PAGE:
20 years ago, violence erupted in Los Angeles because acquittals were handed out in a police brutality trial stemming from an arrest of Rodney King caught on video camera.
To commemorate those tragic events at that time in American history, King is out with a new book, co-written with Lawrence J. Spagnola, called “The Riot Within: My Journey from Rebellion to Redemption.”
In a Monday appearance on Current TV’s “The Young Turks” to promote the book, King was asked by host Cenk Uygur if the country has progressed with racial issues since the 1992 riots, citing the Trayvon Martin tragedy as evidence that the country may not have made that progress.
“I look at the whole picture going back,” King said. “The creation of the country — you know, the country was built on violence. And we’ve came a long ways. We’ve all came together all over the years, our ancestors. And this is the product we built — that we came up with — that’s called America.”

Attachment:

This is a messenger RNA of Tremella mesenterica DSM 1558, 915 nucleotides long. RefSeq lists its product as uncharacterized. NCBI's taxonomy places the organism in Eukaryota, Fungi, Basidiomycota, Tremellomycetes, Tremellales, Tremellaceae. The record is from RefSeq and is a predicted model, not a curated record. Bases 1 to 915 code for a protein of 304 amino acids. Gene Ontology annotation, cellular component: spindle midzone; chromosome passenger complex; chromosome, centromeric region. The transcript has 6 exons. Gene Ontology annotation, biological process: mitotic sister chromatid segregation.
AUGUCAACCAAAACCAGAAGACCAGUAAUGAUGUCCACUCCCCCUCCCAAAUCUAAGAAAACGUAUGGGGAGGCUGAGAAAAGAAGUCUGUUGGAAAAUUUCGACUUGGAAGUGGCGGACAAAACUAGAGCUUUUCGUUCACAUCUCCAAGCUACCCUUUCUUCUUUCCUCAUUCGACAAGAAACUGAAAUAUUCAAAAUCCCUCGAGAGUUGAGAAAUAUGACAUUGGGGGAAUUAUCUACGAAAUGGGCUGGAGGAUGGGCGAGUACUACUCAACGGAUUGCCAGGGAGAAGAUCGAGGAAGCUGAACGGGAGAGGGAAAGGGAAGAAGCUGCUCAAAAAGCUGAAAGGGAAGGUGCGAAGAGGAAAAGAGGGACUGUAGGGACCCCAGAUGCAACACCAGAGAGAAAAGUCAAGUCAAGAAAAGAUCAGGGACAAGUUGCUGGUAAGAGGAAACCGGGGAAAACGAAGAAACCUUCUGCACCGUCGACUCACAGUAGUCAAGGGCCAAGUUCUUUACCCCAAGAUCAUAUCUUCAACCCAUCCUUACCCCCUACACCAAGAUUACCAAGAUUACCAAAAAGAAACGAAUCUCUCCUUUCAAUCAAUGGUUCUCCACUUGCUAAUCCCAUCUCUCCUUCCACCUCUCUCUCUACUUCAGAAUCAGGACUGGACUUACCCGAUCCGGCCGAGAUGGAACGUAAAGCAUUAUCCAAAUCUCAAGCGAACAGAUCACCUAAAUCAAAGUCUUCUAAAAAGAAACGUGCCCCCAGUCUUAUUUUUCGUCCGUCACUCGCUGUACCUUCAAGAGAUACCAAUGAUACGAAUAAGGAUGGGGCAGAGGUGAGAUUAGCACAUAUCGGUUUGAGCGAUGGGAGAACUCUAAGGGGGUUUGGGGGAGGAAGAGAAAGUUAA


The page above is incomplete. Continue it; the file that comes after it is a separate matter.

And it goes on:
“You know, looking around, look at the structures, you look at the way things are built,” he continued. “And you know, we have came a long ways. You know, but as far as relations and the way minorities, especially blacks, are treated after all the heavy and hard work is done, it’s like some of the way the treatment is still the same. It’s totally different. Don’t get me wrong — it’s different in its own different way.”
King wouldn’t say if he thought the situation he went through in the early 1990s was possible in 2012. (RELATED: Full coverage of the Trayvon Martin shooting)
“I don’t want to predict any wrong or make any questions, you know, about anything that has to do with violence happening and reoccurring. Anything is subject to happen these days that we live in, because it’s like a crazy days, but I would certainly hope not, you know.”